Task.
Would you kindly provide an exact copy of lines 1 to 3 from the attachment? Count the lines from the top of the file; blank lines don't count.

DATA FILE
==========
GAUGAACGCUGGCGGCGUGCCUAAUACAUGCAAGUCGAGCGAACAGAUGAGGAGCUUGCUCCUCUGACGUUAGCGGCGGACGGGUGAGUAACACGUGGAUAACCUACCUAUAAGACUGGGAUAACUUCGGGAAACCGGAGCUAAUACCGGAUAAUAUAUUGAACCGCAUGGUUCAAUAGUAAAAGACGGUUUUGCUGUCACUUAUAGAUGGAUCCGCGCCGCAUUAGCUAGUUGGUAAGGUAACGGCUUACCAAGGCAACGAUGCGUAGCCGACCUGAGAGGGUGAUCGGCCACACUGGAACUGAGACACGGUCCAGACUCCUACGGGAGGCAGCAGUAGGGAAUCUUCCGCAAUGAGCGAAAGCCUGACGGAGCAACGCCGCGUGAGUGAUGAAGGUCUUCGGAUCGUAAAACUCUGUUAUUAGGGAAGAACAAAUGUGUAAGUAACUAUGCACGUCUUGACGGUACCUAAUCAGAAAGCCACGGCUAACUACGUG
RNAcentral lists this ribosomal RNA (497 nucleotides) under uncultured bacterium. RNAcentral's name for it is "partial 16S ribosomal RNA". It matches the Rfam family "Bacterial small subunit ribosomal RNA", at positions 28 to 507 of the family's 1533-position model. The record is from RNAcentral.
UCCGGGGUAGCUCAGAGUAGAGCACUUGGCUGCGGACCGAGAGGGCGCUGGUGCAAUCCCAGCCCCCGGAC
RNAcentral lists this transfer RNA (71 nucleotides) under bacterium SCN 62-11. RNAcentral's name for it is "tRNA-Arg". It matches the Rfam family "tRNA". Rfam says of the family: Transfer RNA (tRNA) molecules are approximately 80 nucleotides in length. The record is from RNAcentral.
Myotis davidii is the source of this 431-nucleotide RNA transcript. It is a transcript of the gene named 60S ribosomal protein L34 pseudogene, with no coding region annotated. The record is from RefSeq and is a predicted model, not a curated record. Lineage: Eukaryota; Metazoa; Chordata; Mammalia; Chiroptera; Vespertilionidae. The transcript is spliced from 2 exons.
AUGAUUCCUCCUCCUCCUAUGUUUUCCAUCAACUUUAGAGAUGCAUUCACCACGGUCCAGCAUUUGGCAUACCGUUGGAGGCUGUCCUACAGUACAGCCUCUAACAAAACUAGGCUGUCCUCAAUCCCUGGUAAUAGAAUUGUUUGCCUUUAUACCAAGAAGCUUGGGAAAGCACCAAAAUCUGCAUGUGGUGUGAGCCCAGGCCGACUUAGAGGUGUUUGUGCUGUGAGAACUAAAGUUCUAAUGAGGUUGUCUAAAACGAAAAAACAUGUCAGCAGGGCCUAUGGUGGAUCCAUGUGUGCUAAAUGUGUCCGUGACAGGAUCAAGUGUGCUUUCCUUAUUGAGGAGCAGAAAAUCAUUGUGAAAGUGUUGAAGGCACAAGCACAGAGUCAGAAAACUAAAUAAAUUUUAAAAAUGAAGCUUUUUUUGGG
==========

GAUGAACGCUGGCGGCGUGCCUAAUACAUGCAAGUCGAGCGAACAGAUGAGGAGCUUGCUCCUCUGACGUUAGCGGCGGACGGGUGAGUAACACGUGGAUAACCUACCUAUAAGACUGGGAUAACUUCGGGAAACCGGAGCUAAUACCGGAUAAUAUAUUGAACCGCAUGGUUCAAUAGUAAAAGACGGUUUUGCUGUCACUUAUAGAUGGAUCCGCGCCGCAUUAGCUAGUUGGUAAGGUAACGGCUUACCAAGGCAACGAUGCGUAGCCGACCUGAGAGGGUGAUCGGCCACACUGGAACUGAGACACGGUCCAGACUCCUACGGGAGGCAGCAGUAGGGAAUCUUCCGCAAUGAGCGAAAGCCUGACGGAGCAACGCCGCGUGAGUGAUGAAGGUCUUCGGAUCGUAAAACUCUGUUAUUAGGGAAGAACAAAUGUGUAAGUAACUAUGCACGUCUUGACGGUACCUAAUCAGAAAGCCACGGCUAACUACGUG
RNAcentral lists this ribosomal RNA (497 nucleotides) under uncultured bacterium. RNAcentral's name for it is "partial 16S ribosomal RNA". It matches the Rfam family "Bacterial small subunit ribosomal RNA", at positions 28 to 507 of the family's 1533-position model. The record is from RNAcentral.
UCCGGGGUAGCUCAGAGUAGAGCACUUGGCUGCGGACCGAGAGGGCGCUGGUGCAAUCCCAGCCCCCGGAC